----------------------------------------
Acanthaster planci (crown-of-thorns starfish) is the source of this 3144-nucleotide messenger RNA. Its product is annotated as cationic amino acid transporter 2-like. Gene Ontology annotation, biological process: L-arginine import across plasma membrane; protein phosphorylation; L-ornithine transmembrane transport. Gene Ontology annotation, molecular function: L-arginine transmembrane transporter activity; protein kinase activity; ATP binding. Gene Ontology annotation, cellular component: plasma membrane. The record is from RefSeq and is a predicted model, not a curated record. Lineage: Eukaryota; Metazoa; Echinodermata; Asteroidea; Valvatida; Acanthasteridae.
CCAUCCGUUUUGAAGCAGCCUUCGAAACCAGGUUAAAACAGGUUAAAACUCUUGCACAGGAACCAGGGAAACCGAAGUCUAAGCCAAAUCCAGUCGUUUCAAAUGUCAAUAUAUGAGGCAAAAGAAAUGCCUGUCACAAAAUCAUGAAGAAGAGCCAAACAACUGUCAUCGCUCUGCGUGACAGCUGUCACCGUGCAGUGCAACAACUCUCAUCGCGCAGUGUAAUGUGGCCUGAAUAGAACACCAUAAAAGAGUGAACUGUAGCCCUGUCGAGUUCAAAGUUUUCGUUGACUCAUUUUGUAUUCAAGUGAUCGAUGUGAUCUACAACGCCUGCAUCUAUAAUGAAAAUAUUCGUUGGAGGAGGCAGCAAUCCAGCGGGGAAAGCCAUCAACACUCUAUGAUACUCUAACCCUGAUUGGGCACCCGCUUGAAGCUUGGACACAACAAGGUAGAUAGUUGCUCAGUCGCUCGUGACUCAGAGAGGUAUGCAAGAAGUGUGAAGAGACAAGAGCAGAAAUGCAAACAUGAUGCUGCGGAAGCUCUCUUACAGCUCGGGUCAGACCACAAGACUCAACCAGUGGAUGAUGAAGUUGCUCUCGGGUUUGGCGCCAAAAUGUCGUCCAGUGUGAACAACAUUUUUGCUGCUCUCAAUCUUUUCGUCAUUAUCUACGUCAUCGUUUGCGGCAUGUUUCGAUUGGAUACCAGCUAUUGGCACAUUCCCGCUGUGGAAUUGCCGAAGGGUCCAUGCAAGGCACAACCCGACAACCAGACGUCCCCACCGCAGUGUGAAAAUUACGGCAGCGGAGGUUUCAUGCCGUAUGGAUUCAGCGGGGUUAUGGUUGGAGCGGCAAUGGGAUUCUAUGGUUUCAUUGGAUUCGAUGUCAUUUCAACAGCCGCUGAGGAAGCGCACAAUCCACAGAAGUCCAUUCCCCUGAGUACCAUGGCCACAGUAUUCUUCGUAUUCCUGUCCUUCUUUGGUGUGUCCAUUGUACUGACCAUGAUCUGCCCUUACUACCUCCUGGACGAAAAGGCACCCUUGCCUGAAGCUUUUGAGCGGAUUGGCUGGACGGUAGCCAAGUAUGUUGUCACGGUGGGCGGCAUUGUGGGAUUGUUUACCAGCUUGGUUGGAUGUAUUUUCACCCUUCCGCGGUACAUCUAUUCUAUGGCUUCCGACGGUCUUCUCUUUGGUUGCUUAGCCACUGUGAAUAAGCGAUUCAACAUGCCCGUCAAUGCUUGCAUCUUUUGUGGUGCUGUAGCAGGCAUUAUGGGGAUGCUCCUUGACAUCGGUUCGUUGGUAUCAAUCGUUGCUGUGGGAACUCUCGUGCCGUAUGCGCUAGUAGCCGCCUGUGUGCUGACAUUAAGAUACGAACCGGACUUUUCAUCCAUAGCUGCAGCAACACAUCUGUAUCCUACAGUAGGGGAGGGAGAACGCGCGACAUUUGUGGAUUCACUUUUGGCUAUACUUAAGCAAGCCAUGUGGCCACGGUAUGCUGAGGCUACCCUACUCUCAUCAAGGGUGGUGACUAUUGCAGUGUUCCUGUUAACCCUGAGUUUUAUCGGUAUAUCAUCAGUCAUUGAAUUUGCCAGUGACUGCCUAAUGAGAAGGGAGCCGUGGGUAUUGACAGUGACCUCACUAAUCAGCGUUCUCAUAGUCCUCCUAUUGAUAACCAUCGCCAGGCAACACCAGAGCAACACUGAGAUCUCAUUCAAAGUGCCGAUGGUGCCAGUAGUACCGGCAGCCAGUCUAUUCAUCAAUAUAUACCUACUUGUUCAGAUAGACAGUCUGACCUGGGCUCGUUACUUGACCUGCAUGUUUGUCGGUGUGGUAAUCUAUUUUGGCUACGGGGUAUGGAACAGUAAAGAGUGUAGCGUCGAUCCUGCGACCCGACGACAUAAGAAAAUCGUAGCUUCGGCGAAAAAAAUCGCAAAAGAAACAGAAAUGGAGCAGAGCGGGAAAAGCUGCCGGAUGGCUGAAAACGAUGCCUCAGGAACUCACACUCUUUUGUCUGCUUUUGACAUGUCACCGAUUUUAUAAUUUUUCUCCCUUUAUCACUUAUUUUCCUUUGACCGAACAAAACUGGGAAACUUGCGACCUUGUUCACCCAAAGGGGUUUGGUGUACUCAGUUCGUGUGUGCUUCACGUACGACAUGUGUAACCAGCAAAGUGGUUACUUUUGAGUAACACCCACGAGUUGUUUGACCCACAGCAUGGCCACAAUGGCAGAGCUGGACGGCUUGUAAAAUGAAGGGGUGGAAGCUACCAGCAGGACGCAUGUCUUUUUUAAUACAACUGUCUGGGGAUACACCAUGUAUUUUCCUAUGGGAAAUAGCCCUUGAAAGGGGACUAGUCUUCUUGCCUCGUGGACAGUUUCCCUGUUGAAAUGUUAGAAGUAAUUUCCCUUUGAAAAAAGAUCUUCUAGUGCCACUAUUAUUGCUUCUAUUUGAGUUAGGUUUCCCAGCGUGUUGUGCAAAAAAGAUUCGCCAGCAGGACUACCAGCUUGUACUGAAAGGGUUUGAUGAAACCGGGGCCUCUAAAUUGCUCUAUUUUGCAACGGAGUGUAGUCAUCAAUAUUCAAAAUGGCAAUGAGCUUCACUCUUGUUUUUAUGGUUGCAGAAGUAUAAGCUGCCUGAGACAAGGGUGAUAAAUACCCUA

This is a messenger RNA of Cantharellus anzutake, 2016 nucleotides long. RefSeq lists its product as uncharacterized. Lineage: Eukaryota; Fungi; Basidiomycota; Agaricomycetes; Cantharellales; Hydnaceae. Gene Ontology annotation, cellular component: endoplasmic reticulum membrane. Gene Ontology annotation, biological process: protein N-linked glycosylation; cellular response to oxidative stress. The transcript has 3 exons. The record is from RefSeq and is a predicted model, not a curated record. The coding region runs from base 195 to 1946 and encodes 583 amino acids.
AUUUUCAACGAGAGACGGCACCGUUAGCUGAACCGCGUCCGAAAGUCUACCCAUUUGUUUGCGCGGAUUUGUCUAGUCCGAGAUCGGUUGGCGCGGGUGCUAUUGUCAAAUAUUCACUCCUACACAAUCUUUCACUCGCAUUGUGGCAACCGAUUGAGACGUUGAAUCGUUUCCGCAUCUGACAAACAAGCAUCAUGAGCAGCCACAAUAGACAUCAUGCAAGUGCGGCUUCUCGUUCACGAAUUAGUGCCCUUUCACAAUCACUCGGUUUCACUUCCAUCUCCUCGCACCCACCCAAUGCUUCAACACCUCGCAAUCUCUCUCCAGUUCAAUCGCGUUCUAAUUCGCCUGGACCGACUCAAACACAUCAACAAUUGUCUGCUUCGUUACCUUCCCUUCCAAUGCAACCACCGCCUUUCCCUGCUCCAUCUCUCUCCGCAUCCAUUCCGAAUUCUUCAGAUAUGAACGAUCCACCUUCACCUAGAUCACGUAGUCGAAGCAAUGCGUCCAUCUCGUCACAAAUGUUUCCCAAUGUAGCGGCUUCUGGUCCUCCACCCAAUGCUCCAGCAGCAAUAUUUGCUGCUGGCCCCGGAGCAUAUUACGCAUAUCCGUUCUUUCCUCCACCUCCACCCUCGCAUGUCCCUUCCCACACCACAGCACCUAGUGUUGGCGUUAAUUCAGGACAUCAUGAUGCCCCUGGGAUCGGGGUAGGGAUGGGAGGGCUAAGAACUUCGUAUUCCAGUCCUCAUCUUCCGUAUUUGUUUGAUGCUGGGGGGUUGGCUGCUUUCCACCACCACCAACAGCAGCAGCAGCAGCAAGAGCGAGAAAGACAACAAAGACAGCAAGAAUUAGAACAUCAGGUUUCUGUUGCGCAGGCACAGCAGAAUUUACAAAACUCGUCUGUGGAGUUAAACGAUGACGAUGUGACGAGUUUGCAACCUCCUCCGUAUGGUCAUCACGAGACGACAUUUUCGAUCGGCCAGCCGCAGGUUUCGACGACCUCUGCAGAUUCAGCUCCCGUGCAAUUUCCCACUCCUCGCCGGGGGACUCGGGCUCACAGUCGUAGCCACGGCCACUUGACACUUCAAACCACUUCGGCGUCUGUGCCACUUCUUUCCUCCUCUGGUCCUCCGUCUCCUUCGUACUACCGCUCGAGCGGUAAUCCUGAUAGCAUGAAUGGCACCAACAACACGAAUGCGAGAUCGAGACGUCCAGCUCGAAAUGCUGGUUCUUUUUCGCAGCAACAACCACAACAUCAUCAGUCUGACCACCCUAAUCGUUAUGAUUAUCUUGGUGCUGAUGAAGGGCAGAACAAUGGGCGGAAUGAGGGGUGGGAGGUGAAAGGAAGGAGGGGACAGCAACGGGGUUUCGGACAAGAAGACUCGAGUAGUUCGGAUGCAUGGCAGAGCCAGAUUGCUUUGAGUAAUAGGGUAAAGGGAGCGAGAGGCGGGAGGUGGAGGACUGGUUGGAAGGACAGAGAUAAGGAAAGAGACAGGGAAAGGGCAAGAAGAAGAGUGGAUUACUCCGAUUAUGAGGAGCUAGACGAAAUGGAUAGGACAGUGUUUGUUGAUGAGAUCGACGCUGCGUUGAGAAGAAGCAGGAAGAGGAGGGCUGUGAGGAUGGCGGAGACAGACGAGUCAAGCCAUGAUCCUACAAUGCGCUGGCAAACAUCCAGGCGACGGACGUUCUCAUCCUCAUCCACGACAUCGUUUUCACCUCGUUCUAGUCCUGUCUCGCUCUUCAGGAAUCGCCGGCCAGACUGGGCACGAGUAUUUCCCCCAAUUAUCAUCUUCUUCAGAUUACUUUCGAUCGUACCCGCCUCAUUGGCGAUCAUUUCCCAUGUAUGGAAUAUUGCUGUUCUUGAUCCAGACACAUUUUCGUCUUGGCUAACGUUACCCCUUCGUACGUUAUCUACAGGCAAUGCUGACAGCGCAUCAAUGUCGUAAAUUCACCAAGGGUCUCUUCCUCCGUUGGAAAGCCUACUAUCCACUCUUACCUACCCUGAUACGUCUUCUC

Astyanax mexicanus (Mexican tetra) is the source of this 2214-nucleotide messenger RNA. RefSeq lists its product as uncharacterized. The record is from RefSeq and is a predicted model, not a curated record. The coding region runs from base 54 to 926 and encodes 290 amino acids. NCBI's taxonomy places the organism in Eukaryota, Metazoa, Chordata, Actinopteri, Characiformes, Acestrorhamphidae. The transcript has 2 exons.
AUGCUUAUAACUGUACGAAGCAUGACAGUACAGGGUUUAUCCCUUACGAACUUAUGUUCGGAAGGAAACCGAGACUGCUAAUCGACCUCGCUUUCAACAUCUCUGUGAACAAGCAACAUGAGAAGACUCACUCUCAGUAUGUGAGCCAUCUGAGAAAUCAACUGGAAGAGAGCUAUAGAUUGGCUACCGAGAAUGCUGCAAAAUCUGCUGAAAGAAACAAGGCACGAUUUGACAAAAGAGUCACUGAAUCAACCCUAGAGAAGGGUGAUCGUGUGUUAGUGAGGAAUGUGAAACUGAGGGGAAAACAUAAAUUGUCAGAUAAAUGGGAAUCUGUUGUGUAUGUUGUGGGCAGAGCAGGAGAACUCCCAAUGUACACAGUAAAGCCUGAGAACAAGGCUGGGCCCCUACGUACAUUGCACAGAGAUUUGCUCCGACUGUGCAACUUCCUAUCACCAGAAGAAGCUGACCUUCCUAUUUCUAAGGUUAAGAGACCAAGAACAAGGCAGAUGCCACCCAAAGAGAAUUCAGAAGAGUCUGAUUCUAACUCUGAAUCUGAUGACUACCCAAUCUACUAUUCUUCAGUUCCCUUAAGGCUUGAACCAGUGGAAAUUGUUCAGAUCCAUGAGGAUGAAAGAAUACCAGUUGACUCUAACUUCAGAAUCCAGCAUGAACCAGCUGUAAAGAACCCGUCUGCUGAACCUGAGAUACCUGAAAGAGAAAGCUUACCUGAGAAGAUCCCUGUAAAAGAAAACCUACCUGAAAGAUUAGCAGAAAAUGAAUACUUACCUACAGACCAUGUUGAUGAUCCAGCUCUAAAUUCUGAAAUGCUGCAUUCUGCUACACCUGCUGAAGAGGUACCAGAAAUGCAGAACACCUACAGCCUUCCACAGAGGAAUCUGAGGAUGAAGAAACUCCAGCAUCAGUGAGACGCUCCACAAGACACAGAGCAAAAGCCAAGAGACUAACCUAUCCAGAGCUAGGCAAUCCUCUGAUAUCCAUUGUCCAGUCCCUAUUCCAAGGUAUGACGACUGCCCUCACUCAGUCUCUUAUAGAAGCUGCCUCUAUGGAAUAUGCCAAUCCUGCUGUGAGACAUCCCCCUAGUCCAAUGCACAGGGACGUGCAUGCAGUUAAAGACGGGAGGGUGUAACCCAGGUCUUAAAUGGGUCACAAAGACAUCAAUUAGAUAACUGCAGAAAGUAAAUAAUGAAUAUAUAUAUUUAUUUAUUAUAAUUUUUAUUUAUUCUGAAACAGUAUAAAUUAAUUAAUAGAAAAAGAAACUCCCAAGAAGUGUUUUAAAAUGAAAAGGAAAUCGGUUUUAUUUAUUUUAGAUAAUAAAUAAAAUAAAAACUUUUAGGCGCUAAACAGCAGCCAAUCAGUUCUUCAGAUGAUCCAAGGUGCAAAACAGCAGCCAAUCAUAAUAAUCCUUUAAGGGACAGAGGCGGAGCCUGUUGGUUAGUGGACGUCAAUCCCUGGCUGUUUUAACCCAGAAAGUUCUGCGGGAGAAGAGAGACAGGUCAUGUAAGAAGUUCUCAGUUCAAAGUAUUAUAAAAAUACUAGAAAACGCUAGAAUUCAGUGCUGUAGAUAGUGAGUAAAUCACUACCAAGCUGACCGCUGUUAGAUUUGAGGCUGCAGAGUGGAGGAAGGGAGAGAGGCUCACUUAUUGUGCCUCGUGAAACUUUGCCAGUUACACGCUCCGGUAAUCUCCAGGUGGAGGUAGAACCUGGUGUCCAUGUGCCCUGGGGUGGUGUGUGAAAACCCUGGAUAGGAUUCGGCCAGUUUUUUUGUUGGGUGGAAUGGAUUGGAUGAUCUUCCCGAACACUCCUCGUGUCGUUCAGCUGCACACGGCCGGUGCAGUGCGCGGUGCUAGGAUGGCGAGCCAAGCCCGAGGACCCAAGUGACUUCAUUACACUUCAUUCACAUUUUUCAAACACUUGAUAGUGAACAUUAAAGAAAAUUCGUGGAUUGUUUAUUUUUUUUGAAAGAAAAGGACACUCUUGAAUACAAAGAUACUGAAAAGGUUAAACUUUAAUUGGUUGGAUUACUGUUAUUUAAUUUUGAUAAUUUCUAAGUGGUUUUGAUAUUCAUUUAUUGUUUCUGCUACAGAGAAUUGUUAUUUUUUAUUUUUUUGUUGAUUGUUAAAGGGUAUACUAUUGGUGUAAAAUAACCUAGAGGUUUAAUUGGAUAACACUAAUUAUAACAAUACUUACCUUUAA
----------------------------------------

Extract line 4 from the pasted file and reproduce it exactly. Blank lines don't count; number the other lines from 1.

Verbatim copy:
AUUUUCAACGAGAGACGGCACCGUUAGCUGAACCGCGUCCGAAAGUCUACCCAUUUGUUUGCGCGGAUUUGUCUAGUCCGAGAUCGGUUGGCGCGGGUGCUAUUGUCAAAUAUUCACUCCUACACAAUCUUUCACUCGCAUUGUGGCAACCGAUUGAGACGUUGAAUCGUUUCCGCAUCUGACAAACAAGCAUCAUGAGCAGCCACAAUAGACAUCAUGCAAGUGCGGCUUCUCGUUCACGAAUUAGUGCCCUUUCACAAUCACUCGGUUUCACUUCCAUCUCCUCGCACCCACCCAAUGCUUCAACACCUCGCAAUCUCUCUCCAGUUCAAUCGCGUUCUAAUUCGCCUGGACCGACUCAAACACAUCAACAAUUGUCUGCUUCGUUACCUUCCCUUCCAAUGCAACCACCGCCUUUCCCUGCUCCAUCUCUCUCCGCAUCCAUUCCGAAUUCUUCAGAUAUGAACGAUCCACCUUCACCUAGAUCACGUAGUCGAAGCAAUGCGUCCAUCUCGUCACAAAUGUUUCCCAAUGUAGCGGCUUCUGGUCCUCCACCCAAUGCUCCAGCAGCAAUAUUUGCUGCUGGCCCCGGAGCAUAUUACGCAUAUCCGUUCUUUCCUCCACCUCCACCCUCGCAUGUCCCUUCCCACACCACAGCACCUAGUGUUGGCGUUAAUUCAGGACAUCAUGAUGCCCCUGGGAUCGGGGUAGGGAUGGGAGGGCUAAGAACUUCGUAUUCCAGUCCUCAUCUUCCGUAUUUGUUUGAUGCUGGGGGGUUGGCUGCUUUCCACCACCACCAACAGCAGCAGCAGCAGCAAGAGCGAGAAAGACAACAAAGACAGCAAGAAUUAGAACAUCAGGUUUCUGUUGCGCAGGCACAGCAGAAUUUACAAAACUCGUCUGUGGAGUUAAACGAUGACGAUGUGACGAGUUUGCAACCUCCUCCGUAUGGUCAUCACGAGACGACAUUUUCGAUCGGCCAGCCGCAGGUUUCGACGACCUCUGCAGAUUCAGCUCCCGUGCAAUUUCCCACUCCUCGCCGGGGGACUCGGGCUCACAGUCGUAGCCACGGCCACUUGACACUUCAAACCACUUCGGCGUCUGUGCCACUUCUUUCCUCCUCUGGUCCUCCGUCUCCUUCGUACUACCGCUCGAGCGGUAAUCCUGAUAGCAUGAAUGGCACCAACAACACGAAUGCGAGAUCGAGACGUCCAGCUCGAAAUGCUGGUUCUUUUUCGCAGCAACAACCACAACAUCAUCAGUCUGACCACCCUAAUCGUUAUGAUUAUCUUGGUGCUGAUGAAGGGCAGAACAAUGGGCGGAAUGAGGGGUGGGAGGUGAAAGGAAGGAGGGGACAGCAACGGGGUUUCGGACAAGAAGACUCGAGUAGUUCGGAUGCAUGGCAGAGCCAGAUUGCUUUGAGUAAUAGGGUAAAGGGAGCGAGAGGCGGGAGGUGGAGGACUGGUUGGAAGGACAGAGAUAAGGAAAGAGACAGGGAAAGGGCAAGAAGAAGAGUGGAUUACUCCGAUUAUGAGGAGCUAGACGAAAUGGAUAGGACAGUGUUUGUUGAUGAGAUCGACGCUGCGUUGAGAAGAAGCAGGAAGAGGAGGGCUGUGAGGAUGGCGGAGACAGACGAGUCAAGCCAUGAUCCUACAAUGCGCUGGCAAACAUCCAGGCGACGGACGUUCUCAUCCUCAUCCACGACAUCGUUUUCACCUCGUUCUAGUCCUGUCUCGCUCUUCAGGAAUCGCCGGCCAGACUGGGCACGAGUAUUUCCCCCAAUUAUCAUCUUCUUCAGAUUACUUUCGAUCGUACCCGCCUCAUUGGCGAUCAUUUCCCAUGUAUGGAAUAUUGCUGUUCUUGAUCCAGACACAUUUUCGUCUUGGCUAACGUUACCCCUUCGUACGUUAUCUACAGGCAAUGCUGACAGCGCAUCAAUGUCGUAAAUUCACCAAGGGUCUCUUCCUCCGUUGGAAAGCCUACUAUCCACUCUUACCUACCCUGAUACGUCUUCUC